This year's total attendance was close to 1,230, with 588 booksellers from 136 bookstores, 350 exhibitors from 113 companies, and 245 authors present. Although total attendance was down slightly from last year's total of 1,250 attendees, the number of bookstores represented was up from last year's 131.

Booksellers and publishers agreed this year's show was better organized, better run and more productive than it has been in recent years. Kevin Morrissey, marketing manager at Minnesota Historical Society Press, told PW that he and his colleagues wrote more orders at this year's show than they did at the previous three UMBA shows. Liz Wilder, v-p of Books on Broadway in Williston, N.Dak., a veteran of 10 UMBA shows, gave this year's event high marks. "UMBA was less cluttered this year—we were able to talk to people and make orders in a calmer, more relaxed atmosphere. As a result, we were able to really talk to publishers and reps and place more orders," she reported.

Saturday hummed with activity that continued into Sunday. Exhibitors were not happy that Sunday's Moveable Feast, which lasted from noon until about 20 minutes before the close of the show, took booksellers away from the floor, but that was the only complaint heard about what all considered to be an otherwise well-run show.

While leafing through her stash of books and galleys Saturday afternoon, Kathy Arnold of the Paperback Exchange in Minneapolis told PW, "It's fun to see what's out there and to see if we can pick the sleeper of the year." Random House seems to have had the most sought-after adult fiction, with booksellers buzzing about Anne Tyler's The Amateur Marriage, Waterborne by Bruce Murkoff and The Birth of Venus by Sarah Dunant (all February).

The trade paper release of Michael Perry's Population: 485 drew crowds to HarperCollins's booth and to his signing. According to Cathy Schornstein, HarperCollins sales rep, "Perry is really beloved, with a cult following. He's especially loved in the Midwest, because he lives here. But he sells well on both coasts, too. We were almost out of Population: 485 by noon Saturday."

Two October coffee-table releases also excited booksellers: local nature photographer Jim Brandenburg's latest, Looking for the Summer (Northword Press), and Minneapolis photographer Terry Gydesen's documentary on Paul Wellstone, Twelve Years and Thirteen Days (U. of Minn. Press), drew rave reviews. Douglas Armato, director of the University of Minnesota Press, told PW that the press had sold out of the first print run of 5,000 copies of Gydesen's book in a week, and that interest in the book at UMBA was "overwhelming."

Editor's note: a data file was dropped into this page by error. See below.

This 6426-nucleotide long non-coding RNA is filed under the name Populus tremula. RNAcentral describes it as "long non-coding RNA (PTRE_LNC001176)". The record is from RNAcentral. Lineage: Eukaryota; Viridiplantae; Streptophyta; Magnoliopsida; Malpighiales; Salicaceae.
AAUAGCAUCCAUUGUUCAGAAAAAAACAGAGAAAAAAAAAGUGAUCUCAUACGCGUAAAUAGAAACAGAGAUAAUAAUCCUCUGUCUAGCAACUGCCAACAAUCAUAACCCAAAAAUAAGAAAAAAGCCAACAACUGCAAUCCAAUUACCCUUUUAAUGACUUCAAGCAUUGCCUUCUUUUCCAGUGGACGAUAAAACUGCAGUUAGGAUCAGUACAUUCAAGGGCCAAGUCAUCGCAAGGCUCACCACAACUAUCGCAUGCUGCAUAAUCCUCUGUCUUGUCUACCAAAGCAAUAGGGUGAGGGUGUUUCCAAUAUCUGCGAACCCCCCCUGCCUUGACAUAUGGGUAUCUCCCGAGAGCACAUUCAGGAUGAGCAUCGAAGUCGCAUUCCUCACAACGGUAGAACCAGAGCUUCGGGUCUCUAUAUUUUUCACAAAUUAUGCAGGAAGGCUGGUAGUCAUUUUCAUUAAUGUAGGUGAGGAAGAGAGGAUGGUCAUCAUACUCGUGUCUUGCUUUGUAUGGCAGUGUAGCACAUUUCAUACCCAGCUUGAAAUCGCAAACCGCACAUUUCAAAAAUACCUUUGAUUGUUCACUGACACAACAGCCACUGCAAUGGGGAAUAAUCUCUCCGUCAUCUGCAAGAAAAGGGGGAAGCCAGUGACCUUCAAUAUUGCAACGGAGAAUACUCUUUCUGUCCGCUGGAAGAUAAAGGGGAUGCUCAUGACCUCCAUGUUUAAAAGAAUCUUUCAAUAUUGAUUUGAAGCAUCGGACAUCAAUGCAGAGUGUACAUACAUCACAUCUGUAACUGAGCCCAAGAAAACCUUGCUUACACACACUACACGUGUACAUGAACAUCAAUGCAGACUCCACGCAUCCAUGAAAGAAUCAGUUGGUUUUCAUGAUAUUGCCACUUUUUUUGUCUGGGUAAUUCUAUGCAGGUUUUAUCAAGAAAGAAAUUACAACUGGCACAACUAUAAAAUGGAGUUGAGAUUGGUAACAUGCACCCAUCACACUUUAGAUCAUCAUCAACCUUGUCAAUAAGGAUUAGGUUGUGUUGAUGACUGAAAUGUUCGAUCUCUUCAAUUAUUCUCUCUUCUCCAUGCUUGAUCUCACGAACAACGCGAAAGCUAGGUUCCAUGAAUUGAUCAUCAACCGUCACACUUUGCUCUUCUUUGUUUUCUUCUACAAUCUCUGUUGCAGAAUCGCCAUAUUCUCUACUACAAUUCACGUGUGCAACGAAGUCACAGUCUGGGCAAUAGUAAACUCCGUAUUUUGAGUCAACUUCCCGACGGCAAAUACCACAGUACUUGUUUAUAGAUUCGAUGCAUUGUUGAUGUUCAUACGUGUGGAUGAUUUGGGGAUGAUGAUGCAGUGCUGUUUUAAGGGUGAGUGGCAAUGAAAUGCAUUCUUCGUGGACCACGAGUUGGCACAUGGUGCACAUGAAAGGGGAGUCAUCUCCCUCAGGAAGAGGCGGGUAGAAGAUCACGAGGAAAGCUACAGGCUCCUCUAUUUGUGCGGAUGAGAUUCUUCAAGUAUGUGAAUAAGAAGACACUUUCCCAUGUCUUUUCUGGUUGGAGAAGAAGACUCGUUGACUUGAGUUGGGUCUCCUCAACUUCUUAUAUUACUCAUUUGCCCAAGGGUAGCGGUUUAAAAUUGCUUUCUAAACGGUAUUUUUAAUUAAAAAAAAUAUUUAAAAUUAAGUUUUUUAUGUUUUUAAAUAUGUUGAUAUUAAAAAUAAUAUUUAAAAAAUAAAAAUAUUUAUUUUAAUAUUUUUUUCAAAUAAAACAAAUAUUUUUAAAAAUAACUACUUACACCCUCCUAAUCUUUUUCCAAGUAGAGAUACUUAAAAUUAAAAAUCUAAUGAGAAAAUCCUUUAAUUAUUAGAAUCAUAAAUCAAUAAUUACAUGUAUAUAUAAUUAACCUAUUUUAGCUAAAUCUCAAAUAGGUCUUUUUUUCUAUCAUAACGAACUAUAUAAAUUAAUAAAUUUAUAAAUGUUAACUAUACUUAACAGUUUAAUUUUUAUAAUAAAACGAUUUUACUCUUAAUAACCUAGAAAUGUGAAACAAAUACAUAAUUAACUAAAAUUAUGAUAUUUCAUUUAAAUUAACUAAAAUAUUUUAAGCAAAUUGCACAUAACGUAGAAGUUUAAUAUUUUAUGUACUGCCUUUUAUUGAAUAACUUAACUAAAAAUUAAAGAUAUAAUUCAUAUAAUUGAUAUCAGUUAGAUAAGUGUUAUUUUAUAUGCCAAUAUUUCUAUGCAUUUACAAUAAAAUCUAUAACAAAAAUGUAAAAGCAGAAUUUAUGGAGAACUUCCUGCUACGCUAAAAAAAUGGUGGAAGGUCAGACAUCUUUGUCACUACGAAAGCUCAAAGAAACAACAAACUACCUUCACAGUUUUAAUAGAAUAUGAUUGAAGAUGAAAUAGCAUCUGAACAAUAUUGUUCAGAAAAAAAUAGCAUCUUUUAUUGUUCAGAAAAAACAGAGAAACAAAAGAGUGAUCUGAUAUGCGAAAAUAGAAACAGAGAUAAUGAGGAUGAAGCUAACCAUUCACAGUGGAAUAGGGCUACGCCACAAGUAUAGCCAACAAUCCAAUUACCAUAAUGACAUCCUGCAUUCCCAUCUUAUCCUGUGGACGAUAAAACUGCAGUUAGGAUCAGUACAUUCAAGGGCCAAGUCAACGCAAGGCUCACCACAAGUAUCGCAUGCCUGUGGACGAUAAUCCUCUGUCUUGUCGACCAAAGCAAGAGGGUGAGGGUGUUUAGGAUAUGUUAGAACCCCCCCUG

Three children's titles by regional authors sparked the loudest, longest buzz among all the books featured this year: Old Turtle and the Broken Truth by Doug Wood (Scholastic); Olive's Ocean by Kevin Henkes (HarperCollins/Greenwillow); and Tell Me What We Did Today by Rick Kupchella, illustrated by Warren Hanson (from Tristan Publishing, a two-year-old press headed by Waldman House veteran Brett Waldman that made its debut at last year's UMBA). Many UMBA booksellers predicted that these books will sell well during what many anticipate will be a busy holiday season.

Although booksellers talked shop all weekend, there was agreement among attendees that the stellar line-up of educational seminars and author events were the highlights of this year's gathering. Mary Kay Watson of Sister Wolf Books in Park Rapids, Minn., cited Friday's seminars on stress by David Allen (Getting Things Done, Penguin) and on marketing by Jeffrey Stamp (Meaningful Marketing, F&W Publications) as "among the best two sessions I've ever attended at UMBA." Raynel White from Brilliance Audio considered Friday evening's paddleboat cruise down the Mississippi River "the greatest welcome reception at any show I've ever attended." She added, "It's something we'd never do at any other regional." Lisa Baudoin, manager of Main Street Books in Pella, Iowa, enjoyed Saturday's Book & Author Dinner, where Malachy McCourt (The Claddagh Ring, Running Press) regaled the crowd of almost 200 with Irish songs and stories.

But Sunday's Children's Book & Author Breakfast, attended by 300 booksellers, stole the show. Esme Raji Codell (How to Get Your Child to Love Reading, Algonquin; Sahara Special, Hyperion) literally blew her own horn (fashioned out of a piece of garden hose), while Doug Wood (Old Turtle and the Broken Truth, Scholastic) strummed his guitar and sang. Paula Danziger (Amber Brown Is Green with Envy, Penguin) joked about her artificial shoulder and Kevin Henkes (Olive's Ocean, HarperCollins/Greenwillow) displayed the statue that inspired the cover art for his book. Jane Dyer (Little Brown Bear Won't Go to School!, Little, Brown) jokingly apologized to the crowd for "not playing the guitar or bringing slides."

Sunday's moveable feast lunch featured 25 authors. Linda Burg of Little Read Book in Wauwatosa, Wisc., thought Jacquelyn Mitchard's keynote speech lauding booksellers was the highlight of the entire weekend. "She was so witty and inspiring—we've supported her for 18 years; we are so proud of her," Burg said.

UMBA members, though geographically spread out from Fargo, N.Dak., to St. Louis, Mo., form a close-knit community. That vibrant sense of community was clearly reflected at this year's show. "I've been all over the country promoting Old Turtle and the Broken Truth, and now I'm finally home talking about my book with my best friends, my family—the booksellers here at UMBA," Doug Wood told PW. Jacquelyn Mitchard agreed, adding, "I love UMBA—it's like Cheers for me here: everyone knows my name." —C.K.